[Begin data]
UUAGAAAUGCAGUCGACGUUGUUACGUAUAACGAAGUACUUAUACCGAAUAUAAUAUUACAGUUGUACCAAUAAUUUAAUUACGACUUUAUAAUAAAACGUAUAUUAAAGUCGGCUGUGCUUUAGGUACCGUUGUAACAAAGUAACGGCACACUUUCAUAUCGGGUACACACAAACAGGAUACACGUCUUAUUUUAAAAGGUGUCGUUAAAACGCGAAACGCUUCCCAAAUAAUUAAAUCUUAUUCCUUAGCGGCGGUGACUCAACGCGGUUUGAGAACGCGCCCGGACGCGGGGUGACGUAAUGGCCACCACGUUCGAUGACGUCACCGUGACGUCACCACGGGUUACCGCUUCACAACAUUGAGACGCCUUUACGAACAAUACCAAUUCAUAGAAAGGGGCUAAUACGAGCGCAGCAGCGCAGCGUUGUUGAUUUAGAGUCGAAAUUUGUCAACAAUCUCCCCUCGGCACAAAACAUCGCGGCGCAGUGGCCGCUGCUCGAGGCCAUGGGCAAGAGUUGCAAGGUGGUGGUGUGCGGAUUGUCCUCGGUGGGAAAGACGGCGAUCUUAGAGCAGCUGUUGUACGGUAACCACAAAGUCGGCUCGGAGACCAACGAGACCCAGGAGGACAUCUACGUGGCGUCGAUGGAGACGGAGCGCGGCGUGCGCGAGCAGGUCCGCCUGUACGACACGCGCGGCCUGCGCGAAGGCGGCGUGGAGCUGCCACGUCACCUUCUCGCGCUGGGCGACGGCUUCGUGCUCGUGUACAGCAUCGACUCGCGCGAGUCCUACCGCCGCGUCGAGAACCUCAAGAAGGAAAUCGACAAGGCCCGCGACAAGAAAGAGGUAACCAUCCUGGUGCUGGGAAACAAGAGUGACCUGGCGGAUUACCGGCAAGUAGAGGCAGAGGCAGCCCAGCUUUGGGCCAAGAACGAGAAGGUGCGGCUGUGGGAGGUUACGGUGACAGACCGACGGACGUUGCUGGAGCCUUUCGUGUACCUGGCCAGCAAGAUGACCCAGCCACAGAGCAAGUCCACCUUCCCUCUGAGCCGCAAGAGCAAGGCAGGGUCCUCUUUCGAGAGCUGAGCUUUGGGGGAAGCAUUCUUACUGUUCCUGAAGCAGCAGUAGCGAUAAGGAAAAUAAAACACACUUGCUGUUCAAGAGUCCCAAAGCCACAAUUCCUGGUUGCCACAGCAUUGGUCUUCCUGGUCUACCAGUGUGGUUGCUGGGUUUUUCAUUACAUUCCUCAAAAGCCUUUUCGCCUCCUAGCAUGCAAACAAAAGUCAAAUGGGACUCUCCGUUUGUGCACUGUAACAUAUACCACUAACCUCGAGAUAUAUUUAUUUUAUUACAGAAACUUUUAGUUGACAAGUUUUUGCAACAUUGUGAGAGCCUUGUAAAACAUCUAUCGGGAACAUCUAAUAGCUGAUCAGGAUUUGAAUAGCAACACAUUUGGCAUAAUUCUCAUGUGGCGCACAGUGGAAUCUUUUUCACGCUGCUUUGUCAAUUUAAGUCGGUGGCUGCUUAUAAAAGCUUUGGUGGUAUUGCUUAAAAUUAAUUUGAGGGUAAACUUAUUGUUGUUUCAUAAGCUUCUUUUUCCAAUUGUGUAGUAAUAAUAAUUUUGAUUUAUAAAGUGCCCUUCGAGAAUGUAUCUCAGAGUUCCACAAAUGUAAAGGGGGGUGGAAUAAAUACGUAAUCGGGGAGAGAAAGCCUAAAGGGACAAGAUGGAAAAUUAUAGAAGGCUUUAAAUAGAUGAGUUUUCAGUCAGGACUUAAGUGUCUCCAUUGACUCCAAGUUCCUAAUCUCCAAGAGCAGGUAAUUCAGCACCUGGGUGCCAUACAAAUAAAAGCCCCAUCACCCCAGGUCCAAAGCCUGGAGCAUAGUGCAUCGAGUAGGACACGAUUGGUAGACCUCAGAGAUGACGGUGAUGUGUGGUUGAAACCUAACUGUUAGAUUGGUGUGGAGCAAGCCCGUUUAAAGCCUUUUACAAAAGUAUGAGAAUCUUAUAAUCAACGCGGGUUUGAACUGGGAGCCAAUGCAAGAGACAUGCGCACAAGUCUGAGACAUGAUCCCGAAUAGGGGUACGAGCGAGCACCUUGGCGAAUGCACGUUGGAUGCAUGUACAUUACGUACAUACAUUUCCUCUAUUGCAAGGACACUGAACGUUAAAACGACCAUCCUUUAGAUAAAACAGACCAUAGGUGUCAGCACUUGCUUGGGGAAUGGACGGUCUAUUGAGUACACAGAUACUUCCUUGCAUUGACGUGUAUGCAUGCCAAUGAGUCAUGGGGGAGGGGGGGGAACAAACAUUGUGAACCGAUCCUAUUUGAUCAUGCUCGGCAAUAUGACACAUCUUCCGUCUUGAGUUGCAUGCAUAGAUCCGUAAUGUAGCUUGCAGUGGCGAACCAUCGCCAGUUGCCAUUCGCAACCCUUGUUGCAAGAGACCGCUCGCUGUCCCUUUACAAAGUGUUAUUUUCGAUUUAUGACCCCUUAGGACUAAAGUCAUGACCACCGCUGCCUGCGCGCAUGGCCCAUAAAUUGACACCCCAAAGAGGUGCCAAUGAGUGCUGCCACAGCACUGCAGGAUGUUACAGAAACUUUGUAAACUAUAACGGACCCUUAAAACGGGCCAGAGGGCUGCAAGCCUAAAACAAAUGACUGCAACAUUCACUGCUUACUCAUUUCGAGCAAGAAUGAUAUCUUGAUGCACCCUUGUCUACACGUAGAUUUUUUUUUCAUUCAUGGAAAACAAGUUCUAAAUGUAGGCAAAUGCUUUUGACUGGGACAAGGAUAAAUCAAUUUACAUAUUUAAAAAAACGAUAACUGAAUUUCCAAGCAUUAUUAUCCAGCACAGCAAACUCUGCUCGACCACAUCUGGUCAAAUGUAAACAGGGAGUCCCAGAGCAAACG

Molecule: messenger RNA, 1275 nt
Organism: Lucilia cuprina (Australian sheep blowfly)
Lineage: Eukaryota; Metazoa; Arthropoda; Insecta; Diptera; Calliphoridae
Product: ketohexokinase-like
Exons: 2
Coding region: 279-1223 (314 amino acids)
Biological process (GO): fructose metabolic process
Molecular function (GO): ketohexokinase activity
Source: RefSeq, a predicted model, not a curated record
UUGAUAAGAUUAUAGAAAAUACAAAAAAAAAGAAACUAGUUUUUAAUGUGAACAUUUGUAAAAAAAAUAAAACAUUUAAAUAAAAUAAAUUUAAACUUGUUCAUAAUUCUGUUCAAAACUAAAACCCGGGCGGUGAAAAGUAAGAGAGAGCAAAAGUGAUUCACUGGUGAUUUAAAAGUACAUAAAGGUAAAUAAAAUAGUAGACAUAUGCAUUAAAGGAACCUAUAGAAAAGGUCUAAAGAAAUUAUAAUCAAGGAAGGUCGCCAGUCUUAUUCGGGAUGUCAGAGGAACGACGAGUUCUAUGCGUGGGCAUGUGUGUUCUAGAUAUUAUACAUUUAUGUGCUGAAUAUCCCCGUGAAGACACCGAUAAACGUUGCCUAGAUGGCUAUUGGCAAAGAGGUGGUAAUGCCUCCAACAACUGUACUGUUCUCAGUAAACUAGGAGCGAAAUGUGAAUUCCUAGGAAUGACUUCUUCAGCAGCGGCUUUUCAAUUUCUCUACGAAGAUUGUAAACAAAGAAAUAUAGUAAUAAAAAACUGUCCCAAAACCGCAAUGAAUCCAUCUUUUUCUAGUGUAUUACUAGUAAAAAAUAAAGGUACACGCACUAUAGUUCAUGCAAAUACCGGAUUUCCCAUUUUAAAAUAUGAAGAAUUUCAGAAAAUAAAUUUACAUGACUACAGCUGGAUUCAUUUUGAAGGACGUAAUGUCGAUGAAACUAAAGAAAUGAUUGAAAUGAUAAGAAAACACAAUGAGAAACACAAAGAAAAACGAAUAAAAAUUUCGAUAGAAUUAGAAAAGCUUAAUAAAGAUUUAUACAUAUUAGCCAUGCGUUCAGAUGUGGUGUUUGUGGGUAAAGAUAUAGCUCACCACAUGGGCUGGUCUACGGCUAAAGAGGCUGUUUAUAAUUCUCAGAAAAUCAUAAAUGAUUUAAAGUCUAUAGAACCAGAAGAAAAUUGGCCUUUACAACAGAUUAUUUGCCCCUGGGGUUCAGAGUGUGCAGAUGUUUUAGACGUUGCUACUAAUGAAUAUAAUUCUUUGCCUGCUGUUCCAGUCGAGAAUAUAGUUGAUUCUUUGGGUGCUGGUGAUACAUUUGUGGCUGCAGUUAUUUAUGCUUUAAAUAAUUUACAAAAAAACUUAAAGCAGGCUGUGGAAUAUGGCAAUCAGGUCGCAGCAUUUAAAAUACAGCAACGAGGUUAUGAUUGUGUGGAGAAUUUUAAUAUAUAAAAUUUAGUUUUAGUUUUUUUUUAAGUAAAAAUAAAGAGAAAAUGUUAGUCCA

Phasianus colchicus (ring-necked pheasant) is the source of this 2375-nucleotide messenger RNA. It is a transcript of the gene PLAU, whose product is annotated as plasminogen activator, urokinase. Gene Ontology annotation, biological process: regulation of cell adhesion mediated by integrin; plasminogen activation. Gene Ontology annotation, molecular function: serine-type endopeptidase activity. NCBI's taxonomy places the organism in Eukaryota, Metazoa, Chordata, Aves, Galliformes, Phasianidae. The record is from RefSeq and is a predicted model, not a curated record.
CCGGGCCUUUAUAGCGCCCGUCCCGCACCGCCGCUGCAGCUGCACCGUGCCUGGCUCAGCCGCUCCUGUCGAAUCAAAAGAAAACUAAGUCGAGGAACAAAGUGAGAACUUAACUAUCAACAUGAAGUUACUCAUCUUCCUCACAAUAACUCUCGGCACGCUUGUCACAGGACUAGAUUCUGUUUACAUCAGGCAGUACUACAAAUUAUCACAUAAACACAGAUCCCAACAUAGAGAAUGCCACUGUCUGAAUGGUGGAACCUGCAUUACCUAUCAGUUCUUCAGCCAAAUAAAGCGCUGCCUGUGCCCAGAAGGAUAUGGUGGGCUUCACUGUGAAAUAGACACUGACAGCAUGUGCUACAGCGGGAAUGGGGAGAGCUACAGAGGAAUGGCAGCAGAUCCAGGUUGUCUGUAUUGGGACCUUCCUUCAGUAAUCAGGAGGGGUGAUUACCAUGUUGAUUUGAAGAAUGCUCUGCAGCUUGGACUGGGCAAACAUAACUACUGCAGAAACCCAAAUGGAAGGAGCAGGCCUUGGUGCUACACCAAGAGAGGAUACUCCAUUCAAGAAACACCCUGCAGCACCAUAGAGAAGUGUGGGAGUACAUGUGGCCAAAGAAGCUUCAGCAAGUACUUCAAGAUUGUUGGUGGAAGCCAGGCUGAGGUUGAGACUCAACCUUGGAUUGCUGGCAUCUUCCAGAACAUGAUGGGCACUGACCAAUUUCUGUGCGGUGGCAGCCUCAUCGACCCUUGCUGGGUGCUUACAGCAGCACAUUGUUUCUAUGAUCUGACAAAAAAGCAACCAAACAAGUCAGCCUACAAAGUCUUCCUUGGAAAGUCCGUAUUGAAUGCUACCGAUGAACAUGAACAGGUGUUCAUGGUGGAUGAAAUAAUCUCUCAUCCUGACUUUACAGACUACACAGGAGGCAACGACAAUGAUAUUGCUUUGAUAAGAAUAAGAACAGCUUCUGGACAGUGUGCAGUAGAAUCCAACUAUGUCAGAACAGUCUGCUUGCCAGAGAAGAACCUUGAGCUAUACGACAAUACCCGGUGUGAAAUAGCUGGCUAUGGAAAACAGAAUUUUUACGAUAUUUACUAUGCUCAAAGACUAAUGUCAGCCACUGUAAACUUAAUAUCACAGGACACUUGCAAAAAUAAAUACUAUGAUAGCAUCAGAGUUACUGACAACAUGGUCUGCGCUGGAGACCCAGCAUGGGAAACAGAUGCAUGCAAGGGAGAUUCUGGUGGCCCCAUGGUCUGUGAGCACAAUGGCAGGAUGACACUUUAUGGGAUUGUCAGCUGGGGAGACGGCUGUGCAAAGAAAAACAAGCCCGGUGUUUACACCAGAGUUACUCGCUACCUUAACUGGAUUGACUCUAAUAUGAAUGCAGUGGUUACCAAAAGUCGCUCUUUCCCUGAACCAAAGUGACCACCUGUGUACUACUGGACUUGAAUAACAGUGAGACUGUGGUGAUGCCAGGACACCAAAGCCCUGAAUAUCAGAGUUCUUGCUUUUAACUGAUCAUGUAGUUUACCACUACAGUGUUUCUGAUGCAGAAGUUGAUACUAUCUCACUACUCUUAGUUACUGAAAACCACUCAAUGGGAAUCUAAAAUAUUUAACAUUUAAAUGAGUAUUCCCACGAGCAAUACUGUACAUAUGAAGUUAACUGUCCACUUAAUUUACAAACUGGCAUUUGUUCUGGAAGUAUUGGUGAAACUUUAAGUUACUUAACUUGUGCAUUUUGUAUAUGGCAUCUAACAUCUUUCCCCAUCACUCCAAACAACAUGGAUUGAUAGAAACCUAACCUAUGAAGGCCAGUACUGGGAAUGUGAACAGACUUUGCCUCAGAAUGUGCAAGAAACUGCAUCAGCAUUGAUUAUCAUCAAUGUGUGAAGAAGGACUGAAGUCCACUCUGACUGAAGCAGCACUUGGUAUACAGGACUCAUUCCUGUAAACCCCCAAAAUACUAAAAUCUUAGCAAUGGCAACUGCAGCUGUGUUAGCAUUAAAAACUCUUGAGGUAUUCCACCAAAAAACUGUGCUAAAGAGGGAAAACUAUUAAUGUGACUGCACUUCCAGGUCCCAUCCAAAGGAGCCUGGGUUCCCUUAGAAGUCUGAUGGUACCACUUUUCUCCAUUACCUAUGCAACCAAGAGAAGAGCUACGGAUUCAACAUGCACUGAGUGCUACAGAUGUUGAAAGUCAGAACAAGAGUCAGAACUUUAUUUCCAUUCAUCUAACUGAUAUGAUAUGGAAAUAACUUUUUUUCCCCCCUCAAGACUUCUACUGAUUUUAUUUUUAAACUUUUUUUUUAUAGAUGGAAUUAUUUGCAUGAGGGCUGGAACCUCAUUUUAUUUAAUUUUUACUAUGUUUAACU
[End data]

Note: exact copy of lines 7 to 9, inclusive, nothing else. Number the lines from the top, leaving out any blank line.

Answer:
Coding region: 279-1223 (314 amino acids)
Biological process (GO): fructose metabolic process
Molecular function (GO): ketohexokinase activity